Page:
December 29, 2020
Hearing loss is a serious issue affecting approximately 48 million people in America, and nearly one in three people age 65+. Not only does hearing impairment impinge on our ability to communicate, but it also has negative implications on social life, employment, and even mental health. If you, or someone you know, suffers from a recent decline in hearing, it is crucial to immediately diagnose the type of hearing loss to figure out the most appropriate treatment. The main two types of hearing loss are conductive hearing loss and sensorineural hearing loss. Below is a detailed description of both.
Sensorineural Hearing Loss
The most common of the two, sensorineural hearing loss is a permanent form of impairment caused by damage to tiny hairs in the inner ear or injury to the auditory nerve. This type of hearing loss often reduces sensitivity to soft sounds and distorts foreground noise from background noise. Audiologists frequently have difficulty diagnosing the source of sensorineural hearing loss because it can be caused by numerous different factors, including the following:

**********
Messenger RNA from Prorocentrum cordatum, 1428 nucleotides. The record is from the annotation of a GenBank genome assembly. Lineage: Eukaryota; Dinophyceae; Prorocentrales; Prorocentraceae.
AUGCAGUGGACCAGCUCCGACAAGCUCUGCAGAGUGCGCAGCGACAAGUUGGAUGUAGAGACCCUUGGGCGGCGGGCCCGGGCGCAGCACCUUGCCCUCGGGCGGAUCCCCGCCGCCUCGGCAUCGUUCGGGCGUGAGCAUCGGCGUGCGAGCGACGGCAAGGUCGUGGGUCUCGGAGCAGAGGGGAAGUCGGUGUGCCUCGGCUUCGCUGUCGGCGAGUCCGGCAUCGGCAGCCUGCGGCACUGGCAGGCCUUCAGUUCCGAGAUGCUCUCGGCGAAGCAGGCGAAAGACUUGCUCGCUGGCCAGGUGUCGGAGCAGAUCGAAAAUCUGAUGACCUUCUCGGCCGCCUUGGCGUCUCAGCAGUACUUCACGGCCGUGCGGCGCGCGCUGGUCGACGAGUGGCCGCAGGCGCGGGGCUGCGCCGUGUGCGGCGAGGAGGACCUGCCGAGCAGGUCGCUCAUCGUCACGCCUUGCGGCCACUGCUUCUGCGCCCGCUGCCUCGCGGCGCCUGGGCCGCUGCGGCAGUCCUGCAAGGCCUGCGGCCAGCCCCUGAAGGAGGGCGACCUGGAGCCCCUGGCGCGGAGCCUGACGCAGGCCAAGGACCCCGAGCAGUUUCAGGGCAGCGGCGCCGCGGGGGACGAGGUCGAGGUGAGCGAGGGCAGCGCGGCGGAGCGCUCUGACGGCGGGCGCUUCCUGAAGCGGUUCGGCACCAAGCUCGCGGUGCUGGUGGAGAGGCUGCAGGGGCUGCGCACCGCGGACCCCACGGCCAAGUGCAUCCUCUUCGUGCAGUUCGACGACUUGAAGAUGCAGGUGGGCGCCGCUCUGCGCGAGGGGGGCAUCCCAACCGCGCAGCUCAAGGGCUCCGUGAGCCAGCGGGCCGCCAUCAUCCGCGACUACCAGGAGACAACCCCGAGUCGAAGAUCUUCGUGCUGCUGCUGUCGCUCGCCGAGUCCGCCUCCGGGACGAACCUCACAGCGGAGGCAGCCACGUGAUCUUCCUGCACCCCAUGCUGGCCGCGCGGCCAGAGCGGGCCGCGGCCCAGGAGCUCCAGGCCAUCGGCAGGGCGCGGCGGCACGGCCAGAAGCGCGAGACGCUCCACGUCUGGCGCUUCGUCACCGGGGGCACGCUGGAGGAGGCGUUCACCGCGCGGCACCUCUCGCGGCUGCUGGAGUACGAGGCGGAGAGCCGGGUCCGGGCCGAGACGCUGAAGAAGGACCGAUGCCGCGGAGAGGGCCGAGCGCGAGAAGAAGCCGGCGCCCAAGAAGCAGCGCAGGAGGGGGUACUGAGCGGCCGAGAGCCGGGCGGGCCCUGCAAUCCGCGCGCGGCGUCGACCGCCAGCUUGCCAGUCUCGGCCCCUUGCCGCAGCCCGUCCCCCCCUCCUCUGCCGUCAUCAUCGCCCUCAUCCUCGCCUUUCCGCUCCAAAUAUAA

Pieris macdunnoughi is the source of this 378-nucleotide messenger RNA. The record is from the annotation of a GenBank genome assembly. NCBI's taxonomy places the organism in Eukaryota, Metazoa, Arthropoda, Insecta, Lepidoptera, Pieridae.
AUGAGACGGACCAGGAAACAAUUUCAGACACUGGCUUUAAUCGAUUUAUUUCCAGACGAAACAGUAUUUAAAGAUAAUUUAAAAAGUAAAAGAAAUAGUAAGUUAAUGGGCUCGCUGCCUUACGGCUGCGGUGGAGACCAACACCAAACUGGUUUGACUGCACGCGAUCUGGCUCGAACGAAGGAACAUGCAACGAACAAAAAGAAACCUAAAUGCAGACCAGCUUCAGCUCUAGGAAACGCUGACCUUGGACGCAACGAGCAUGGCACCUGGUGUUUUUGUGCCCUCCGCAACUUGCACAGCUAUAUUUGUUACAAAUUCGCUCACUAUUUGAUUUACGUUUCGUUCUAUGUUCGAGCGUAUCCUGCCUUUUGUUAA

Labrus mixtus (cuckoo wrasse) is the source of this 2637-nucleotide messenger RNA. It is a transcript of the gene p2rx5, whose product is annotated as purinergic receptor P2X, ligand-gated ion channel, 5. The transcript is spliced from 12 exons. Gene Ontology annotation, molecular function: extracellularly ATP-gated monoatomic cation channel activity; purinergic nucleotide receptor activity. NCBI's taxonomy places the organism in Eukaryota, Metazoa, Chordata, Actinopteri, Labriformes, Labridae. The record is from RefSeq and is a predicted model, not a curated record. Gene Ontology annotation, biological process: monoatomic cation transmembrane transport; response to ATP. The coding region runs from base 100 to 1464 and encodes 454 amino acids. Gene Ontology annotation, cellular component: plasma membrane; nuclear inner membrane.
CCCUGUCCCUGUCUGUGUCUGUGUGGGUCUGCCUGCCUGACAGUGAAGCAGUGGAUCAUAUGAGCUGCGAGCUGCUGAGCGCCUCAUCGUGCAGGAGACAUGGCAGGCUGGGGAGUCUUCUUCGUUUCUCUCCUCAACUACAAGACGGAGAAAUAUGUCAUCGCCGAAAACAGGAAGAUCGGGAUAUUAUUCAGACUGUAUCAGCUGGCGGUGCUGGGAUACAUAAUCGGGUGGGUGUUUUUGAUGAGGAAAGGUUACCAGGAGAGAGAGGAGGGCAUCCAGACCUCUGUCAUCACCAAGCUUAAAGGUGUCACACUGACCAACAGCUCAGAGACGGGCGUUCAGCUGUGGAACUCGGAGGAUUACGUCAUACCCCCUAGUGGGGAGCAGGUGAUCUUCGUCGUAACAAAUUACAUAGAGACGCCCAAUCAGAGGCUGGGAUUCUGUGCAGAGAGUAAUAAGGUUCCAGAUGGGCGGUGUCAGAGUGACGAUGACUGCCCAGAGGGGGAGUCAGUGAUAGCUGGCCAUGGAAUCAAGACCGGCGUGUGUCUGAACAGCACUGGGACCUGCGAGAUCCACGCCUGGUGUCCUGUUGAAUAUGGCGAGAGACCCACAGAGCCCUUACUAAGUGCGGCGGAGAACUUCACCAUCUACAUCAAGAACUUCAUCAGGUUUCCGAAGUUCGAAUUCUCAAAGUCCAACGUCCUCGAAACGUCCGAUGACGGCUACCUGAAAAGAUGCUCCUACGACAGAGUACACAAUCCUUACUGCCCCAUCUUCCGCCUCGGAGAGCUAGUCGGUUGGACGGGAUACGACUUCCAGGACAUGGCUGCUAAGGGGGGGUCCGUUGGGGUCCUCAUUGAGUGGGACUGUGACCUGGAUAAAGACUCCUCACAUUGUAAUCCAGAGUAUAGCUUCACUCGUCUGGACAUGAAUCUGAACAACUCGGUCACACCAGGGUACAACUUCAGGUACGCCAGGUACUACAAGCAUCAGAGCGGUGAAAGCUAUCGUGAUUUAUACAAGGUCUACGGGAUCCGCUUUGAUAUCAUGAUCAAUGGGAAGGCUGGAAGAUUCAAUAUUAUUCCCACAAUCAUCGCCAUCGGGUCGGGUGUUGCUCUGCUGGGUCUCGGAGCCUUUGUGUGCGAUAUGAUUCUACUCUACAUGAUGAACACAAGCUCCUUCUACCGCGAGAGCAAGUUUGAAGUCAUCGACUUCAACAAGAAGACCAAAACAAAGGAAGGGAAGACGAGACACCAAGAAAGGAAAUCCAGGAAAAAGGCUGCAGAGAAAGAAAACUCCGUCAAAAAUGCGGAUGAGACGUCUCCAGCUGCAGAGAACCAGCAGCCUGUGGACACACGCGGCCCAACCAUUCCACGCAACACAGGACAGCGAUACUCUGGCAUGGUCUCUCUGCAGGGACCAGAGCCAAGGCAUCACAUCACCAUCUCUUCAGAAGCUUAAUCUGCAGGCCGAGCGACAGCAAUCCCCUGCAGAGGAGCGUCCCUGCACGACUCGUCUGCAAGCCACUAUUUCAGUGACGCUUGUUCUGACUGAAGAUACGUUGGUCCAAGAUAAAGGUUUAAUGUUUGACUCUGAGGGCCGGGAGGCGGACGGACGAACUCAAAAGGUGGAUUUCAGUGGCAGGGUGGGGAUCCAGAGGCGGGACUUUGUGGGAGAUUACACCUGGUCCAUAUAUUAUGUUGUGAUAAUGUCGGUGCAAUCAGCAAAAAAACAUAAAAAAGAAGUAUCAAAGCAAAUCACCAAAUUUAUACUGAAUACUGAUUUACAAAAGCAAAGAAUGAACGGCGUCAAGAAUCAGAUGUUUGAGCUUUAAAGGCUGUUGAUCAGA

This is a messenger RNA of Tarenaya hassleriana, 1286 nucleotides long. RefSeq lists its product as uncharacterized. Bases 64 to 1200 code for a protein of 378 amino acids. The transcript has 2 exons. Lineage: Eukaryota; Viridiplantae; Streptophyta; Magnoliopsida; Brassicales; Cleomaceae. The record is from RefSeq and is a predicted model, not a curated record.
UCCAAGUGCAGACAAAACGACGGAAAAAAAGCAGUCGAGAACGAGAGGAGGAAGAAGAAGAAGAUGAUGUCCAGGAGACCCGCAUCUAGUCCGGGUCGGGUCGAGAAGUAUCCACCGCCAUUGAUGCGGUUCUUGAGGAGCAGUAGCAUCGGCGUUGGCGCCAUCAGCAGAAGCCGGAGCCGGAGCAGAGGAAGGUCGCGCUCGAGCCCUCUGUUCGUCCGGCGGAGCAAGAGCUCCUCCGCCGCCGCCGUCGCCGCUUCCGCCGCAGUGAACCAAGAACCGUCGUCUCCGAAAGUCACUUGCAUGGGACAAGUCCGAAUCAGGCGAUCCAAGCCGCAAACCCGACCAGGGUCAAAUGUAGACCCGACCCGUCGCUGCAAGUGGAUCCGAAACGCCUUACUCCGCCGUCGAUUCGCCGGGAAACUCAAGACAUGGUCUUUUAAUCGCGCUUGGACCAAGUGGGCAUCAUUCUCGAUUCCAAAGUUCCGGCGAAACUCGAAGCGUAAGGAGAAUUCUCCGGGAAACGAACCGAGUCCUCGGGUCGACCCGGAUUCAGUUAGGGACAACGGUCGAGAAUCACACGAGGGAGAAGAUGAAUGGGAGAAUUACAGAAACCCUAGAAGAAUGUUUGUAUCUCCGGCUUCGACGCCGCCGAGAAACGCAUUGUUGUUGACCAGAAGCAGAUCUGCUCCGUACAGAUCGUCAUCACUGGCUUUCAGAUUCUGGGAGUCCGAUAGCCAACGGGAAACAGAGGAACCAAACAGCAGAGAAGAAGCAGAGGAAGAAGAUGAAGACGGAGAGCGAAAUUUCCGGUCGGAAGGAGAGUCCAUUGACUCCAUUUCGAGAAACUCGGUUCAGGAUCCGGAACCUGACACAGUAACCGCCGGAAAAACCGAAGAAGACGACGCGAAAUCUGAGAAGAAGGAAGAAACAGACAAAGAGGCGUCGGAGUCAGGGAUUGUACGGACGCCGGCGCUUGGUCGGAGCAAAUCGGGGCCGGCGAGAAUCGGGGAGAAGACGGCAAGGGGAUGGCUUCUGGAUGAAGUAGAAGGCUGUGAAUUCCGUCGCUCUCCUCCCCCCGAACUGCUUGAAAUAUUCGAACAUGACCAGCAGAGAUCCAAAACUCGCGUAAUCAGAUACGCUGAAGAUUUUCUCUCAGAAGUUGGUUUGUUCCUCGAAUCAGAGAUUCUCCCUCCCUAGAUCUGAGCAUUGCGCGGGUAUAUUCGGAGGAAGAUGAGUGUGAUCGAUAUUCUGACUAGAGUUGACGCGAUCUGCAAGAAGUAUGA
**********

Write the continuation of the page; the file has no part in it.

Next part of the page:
- Age-Related Hearing Loss (Presbycusis)
- Loud Noise
- Cancerous Growths
- Drug side effects
- Complications at Birth
- Abrupt changes in air pressure
- Head trauma
As mentioned above, sensorineural hearing loss is permanent, and thus there are no viable treatment options. Unilateral hearing loss occurs when only one ear is affected, while asymmetrical hearing loss affects both ears. Depending on the type you have, hearing aids in one or both ears is the best option to improve sensorineural hearing loss.
Conductive Hearing Loss
Conductive hearing loss occurs when sound cannot pass through the outer and middle ear, causing softer sounds to be difficult to hear and louder sounds to come across muffled. Conductive hearing loss is often not permanent and is typically curable by medicine or surgery. Common causes of conductive hearing loss include the following:
- Fluid in the middle ear
- Ear infections
- A hole in the eardrum
- Otitis externa
- Stenosis – Narrowing of the inner eardrum
- Otitis externa (swimmers ear)
Treatment options vary depending on the cause of conductive hearing loss, including removing ear wax, specialized medical procedures, and, in some cases, antibiotics. In cases of abnormalities such as stenosis, treatment options may not be available, and hearing aids may be the most viable option.
Article written by Alex Milzer. If you or a loved one is in search of senior care, please visit Senior Directory.